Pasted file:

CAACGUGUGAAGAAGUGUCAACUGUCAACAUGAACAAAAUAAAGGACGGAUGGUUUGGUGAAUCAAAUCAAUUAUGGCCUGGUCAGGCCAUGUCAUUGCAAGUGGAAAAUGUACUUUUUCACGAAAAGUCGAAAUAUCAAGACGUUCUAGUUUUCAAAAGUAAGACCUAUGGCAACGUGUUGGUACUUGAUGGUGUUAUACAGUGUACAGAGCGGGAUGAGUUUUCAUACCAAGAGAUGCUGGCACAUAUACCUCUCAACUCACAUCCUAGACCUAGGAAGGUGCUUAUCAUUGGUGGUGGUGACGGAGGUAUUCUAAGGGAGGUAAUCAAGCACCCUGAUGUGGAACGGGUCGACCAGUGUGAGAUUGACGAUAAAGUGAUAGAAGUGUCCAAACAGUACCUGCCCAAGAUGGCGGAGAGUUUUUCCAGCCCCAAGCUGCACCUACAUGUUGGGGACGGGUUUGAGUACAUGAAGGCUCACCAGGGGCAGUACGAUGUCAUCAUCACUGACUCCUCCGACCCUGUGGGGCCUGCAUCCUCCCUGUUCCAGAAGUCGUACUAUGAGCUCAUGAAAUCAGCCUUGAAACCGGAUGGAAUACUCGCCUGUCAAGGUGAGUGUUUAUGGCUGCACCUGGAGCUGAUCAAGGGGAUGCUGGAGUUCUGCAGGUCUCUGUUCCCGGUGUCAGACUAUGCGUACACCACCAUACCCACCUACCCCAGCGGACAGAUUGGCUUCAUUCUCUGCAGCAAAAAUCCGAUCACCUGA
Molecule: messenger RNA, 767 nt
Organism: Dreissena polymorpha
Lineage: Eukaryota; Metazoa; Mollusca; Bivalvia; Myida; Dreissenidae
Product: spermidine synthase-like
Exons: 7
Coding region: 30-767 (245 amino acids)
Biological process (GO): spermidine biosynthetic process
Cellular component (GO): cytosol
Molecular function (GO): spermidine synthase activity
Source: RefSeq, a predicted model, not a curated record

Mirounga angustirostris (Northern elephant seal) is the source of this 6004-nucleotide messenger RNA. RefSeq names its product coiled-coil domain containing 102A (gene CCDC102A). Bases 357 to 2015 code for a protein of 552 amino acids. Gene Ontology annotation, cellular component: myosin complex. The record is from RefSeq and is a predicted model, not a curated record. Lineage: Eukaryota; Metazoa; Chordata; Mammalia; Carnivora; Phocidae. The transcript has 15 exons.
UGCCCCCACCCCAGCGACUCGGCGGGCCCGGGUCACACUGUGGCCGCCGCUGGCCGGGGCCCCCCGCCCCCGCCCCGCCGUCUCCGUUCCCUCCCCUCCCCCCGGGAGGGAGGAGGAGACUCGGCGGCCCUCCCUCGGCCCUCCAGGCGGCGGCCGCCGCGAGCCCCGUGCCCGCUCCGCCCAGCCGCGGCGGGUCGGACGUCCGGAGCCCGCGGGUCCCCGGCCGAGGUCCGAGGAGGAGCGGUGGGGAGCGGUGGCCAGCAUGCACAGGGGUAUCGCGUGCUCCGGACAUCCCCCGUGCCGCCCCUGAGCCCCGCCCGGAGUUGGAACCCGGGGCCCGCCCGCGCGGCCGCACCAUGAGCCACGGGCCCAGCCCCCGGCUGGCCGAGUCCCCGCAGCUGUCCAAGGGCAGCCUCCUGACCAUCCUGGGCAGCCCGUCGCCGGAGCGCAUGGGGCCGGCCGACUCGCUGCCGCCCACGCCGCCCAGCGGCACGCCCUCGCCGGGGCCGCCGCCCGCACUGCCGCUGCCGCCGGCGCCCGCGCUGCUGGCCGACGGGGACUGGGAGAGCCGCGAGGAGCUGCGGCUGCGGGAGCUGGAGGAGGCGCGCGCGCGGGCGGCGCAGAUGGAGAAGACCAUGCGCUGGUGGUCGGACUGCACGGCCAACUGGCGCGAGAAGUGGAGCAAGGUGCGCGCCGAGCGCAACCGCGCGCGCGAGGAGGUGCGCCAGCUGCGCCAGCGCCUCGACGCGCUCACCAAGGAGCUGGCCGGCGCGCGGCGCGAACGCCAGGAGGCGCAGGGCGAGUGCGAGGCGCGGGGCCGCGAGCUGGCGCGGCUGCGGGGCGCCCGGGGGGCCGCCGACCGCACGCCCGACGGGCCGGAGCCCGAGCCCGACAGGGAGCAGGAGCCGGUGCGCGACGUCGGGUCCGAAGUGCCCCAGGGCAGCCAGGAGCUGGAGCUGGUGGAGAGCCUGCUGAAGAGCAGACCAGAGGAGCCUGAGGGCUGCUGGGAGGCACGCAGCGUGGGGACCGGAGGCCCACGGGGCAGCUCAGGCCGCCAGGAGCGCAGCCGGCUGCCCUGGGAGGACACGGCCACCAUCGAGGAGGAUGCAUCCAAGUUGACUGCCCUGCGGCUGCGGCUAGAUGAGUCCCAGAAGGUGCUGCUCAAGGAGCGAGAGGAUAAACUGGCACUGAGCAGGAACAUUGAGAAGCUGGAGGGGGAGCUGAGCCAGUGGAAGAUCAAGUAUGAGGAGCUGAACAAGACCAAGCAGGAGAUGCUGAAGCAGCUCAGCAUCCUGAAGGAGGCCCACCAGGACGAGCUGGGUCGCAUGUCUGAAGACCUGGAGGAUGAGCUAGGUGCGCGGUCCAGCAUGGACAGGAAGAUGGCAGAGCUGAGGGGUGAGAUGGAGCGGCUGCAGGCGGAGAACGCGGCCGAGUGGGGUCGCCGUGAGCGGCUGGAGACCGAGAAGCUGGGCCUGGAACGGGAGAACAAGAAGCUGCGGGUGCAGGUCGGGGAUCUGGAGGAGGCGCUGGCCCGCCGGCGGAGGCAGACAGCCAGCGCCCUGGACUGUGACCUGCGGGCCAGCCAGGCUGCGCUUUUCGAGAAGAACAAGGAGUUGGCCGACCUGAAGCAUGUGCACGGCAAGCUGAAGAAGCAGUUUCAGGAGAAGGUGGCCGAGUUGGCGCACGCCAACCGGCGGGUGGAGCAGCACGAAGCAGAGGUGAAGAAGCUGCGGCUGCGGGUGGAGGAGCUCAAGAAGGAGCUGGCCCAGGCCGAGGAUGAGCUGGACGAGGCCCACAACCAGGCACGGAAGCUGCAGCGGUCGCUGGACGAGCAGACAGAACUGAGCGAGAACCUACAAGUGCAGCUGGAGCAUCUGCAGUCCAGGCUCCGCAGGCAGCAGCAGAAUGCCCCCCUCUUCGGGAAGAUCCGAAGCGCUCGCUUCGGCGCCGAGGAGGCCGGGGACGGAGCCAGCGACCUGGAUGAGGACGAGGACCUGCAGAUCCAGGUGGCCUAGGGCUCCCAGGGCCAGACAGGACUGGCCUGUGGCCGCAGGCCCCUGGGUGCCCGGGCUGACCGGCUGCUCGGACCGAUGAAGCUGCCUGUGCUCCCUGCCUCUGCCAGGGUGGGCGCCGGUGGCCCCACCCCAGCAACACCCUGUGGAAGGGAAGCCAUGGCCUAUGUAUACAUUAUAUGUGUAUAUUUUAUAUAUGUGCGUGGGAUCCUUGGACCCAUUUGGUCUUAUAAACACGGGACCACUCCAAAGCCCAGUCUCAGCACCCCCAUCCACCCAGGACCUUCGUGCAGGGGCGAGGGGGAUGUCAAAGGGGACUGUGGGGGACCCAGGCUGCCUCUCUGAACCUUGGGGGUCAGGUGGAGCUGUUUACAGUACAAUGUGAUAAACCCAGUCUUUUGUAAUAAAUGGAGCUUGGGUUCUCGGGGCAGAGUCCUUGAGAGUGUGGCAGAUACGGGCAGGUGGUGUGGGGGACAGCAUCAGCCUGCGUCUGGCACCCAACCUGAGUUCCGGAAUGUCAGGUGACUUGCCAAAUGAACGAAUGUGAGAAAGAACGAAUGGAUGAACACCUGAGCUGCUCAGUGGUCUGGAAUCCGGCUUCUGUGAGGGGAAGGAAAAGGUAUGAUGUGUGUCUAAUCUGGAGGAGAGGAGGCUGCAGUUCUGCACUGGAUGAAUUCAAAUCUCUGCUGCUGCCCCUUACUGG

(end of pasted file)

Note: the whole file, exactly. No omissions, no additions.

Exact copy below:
CAACGUGUGAAGAAGUGUCAACUGUCAACAUGAACAAAAUAAAGGACGGAUGGUUUGGUGAAUCAAAUCAAUUAUGGCCUGGUCAGGCCAUGUCAUUGCAAGUGGAAAAUGUACUUUUUCACGAAAAGUCGAAAUAUCAAGACGUUCUAGUUUUCAAAAGUAAGACCUAUGGCAACGUGUUGGUACUUGAUGGUGUUAUACAGUGUACAGAGCGGGAUGAGUUUUCAUACCAAGAGAUGCUGGCACAUAUACCUCUCAACUCACAUCCUAGACCUAGGAAGGUGCUUAUCAUUGGUGGUGGUGACGGAGGUAUUCUAAGGGAGGUAAUCAAGCACCCUGAUGUGGAACGGGUCGACCAGUGUGAGAUUGACGAUAAAGUGAUAGAAGUGUCCAAACAGUACCUGCCCAAGAUGGCGGAGAGUUUUUCCAGCCCCAAGCUGCACCUACAUGUUGGGGACGGGUUUGAGUACAUGAAGGCUCACCAGGGGCAGUACGAUGUCAUCAUCACUGACUCCUCCGACCCUGUGGGGCCUGCAUCCUCCCUGUUCCAGAAGUCGUACUAUGAGCUCAUGAAAUCAGCCUUGAAACCGGAUGGAAUACUCGCCUGUCAAGGUGAGUGUUUAUGGCUGCACCUGGAGCUGAUCAAGGGGAUGCUGGAGUUCUGCAGGUCUCUGUUCCCGGUGUCAGACUAUGCGUACACCACCAUACCCACCUACCCCAGCGGACAGAUUGGCUUCAUUCUCUGCAGCAAAAAUCCGAUCACCUGA
Molecule: messenger RNA, 767 nt
Organism: Dreissena polymorpha
Lineage: Eukaryota; Metazoa; Mollusca; Bivalvia; Myida; Dreissenidae
Product: spermidine synthase-like
Exons: 7
Coding region: 30-767 (245 amino acids)
Biological process (GO): spermidine biosynthetic process
Cellular component (GO): cytosol
Molecular function (GO): spermidine synthase activity
Source: RefSeq, a predicted model, not a curated record

Mirounga angustirostris (Northern elephant seal) is the source of this 6004-nucleotide messenger RNA. RefSeq names its product coiled-coil domain containing 102A (gene CCDC102A). Bases 357 to 2015 code for a protein of 552 amino acids. Gene Ontology annotation, cellular component: myosin complex. The record is from RefSeq and is a predicted model, not a curated record. Lineage: Eukaryota; Metazoa; Chordata; Mammalia; Carnivora; Phocidae. The transcript has 15 exons.
UGCCCCCACCCCAGCGACUCGGCGGGCCCGGGUCACACUGUGGCCGCCGCUGGCCGGGGCCCCCCGCCCCCGCCCCGCCGUCUCCGUUCCCUCCCCUCCCCCCGGGAGGGAGGAGGAGACUCGGCGGCCCUCCCUCGGCCCUCCAGGCGGCGGCCGCCGCGAGCCCCGUGCCCGCUCCGCCCAGCCGCGGCGGGUCGGACGUCCGGAGCCCGCGGGUCCCCGGCCGAGGUCCGAGGAGGAGCGGUGGGGAGCGGUGGCCAGCAUGCACAGGGGUAUCGCGUGCUCCGGACAUCCCCCGUGCCGCCCCUGAGCCCCGCCCGGAGUUGGAACCCGGGGCCCGCCCGCGCGGCCGCACCAUGAGCCACGGGCCCAGCCCCCGGCUGGCCGAGUCCCCGCAGCUGUCCAAGGGCAGCCUCCUGACCAUCCUGGGCAGCCCGUCGCCGGAGCGCAUGGGGCCGGCCGACUCGCUGCCGCCCACGCCGCCCAGCGGCACGCCCUCGCCGGGGCCGCCGCCCGCACUGCCGCUGCCGCCGGCGCCCGCGCUGCUGGCCGACGGGGACUGGGAGAGCCGCGAGGAGCUGCGGCUGCGGGAGCUGGAGGAGGCGCGCGCGCGGGCGGCGCAGAUGGAGAAGACCAUGCGCUGGUGGUCGGACUGCACGGCCAACUGGCGCGAGAAGUGGAGCAAGGUGCGCGCCGAGCGCAACCGCGCGCGCGAGGAGGUGCGCCAGCUGCGCCAGCGCCUCGACGCGCUCACCAAGGAGCUGGCCGGCGCGCGGCGCGAACGCCAGGAGGCGCAGGGCGAGUGCGAGGCGCGGGGCCGCGAGCUGGCGCGGCUGCGGGGCGCCCGGGGGGCCGCCGACCGCACGCCCGACGGGCCGGAGCCCGAGCCCGACAGGGAGCAGGAGCCGGUGCGCGACGUCGGGUCCGAAGUGCCCCAGGGCAGCCAGGAGCUGGAGCUGGUGGAGAGCCUGCUGAAGAGCAGACCAGAGGAGCCUGAGGGCUGCUGGGAGGCACGCAGCGUGGGGACCGGAGGCCCACGGGGCAGCUCAGGCCGCCAGGAGCGCAGCCGGCUGCCCUGGGAGGACACGGCCACCAUCGAGGAGGAUGCAUCCAAGUUGACUGCCCUGCGGCUGCGGCUAGAUGAGUCCCAGAAGGUGCUGCUCAAGGAGCGAGAGGAUAAACUGGCACUGAGCAGGAACAUUGAGAAGCUGGAGGGGGAGCUGAGCCAGUGGAAGAUCAAGUAUGAGGAGCUGAACAAGACCAAGCAGGAGAUGCUGAAGCAGCUCAGCAUCCUGAAGGAGGCCCACCAGGACGAGCUGGGUCGCAUGUCUGAAGACCUGGAGGAUGAGCUAGGUGCGCGGUCCAGCAUGGACAGGAAGAUGGCAGAGCUGAGGGGUGAGAUGGAGCGGCUGCAGGCGGAGAACGCGGCCGAGUGGGGUCGCCGUGAGCGGCUGGAGACCGAGAAGCUGGGCCUGGAACGGGAGAACAAGAAGCUGCGGGUGCAGGUCGGGGAUCUGGAGGAGGCGCUGGCCCGCCGGCGGAGGCAGACAGCCAGCGCCCUGGACUGUGACCUGCGGGCCAGCCAGGCUGCGCUUUUCGAGAAGAACAAGGAGUUGGCCGACCUGAAGCAUGUGCACGGCAAGCUGAAGAAGCAGUUUCAGGAGAAGGUGGCCGAGUUGGCGCACGCCAACCGGCGGGUGGAGCAGCACGAAGCAGAGGUGAAGAAGCUGCGGCUGCGGGUGGAGGAGCUCAAGAAGGAGCUGGCCCAGGCCGAGGAUGAGCUGGACGAGGCCCACAACCAGGCACGGAAGCUGCAGCGGUCGCUGGACGAGCAGACAGAACUGAGCGAGAACCUACAAGUGCAGCUGGAGCAUCUGCAGUCCAGGCUCCGCAGGCAGCAGCAGAAUGCCCCCCUCUUCGGGAAGAUCCGAAGCGCUCGCUUCGGCGCCGAGGAGGCCGGGGACGGAGCCAGCGACCUGGAUGAGGACGAGGACCUGCAGAUCCAGGUGGCCUAGGGCUCCCAGGGCCAGACAGGACUGGCCUGUGGCCGCAGGCCCCUGGGUGCCCGGGCUGACCGGCUGCUCGGACCGAUGAAGCUGCCUGUGCUCCCUGCCUCUGCCAGGGUGGGCGCCGGUGGCCCCACCCCAGCAACACCCUGUGGAAGGGAAGCCAUGGCCUAUGUAUACAUUAUAUGUGUAUAUUUUAUAUAUGUGCGUGGGAUCCUUGGACCCAUUUGGUCUUAUAAACACGGGACCACUCCAAAGCCCAGUCUCAGCACCCCCAUCCACCCAGGACCUUCGUGCAGGGGCGAGGGGGAUGUCAAAGGGGACUGUGGGGGACCCAGGCUGCCUCUCUGAACCUUGGGGGUCAGGUGGAGCUGUUUACAGUACAAUGUGAUAAACCCAGUCUUUUGUAAUAAAUGGAGCUUGGGUUCUCGGGGCAGAGUCCUUGAGAGUGUGGCAGAUACGGGCAGGUGGUGUGGGGGACAGCAUCAGCCUGCGUCUGGCACCCAACCUGAGUUCCGGAAUGUCAGGUGACUUGCCAAAUGAACGAAUGUGAGAAAGAACGAAUGGAUGAACACCUGAGCUGCUCAGUGGUCUGGAAUCCGGCUUCUGUGAGGGGAAGGAAAAGGUAUGAUGUGUGUCUAAUCUGGAGGAGAGGAGGCUGCAGUUCUGCACUGGAUGAAUUCAAAUCUCUGCUGCUGCCCCUUACUGG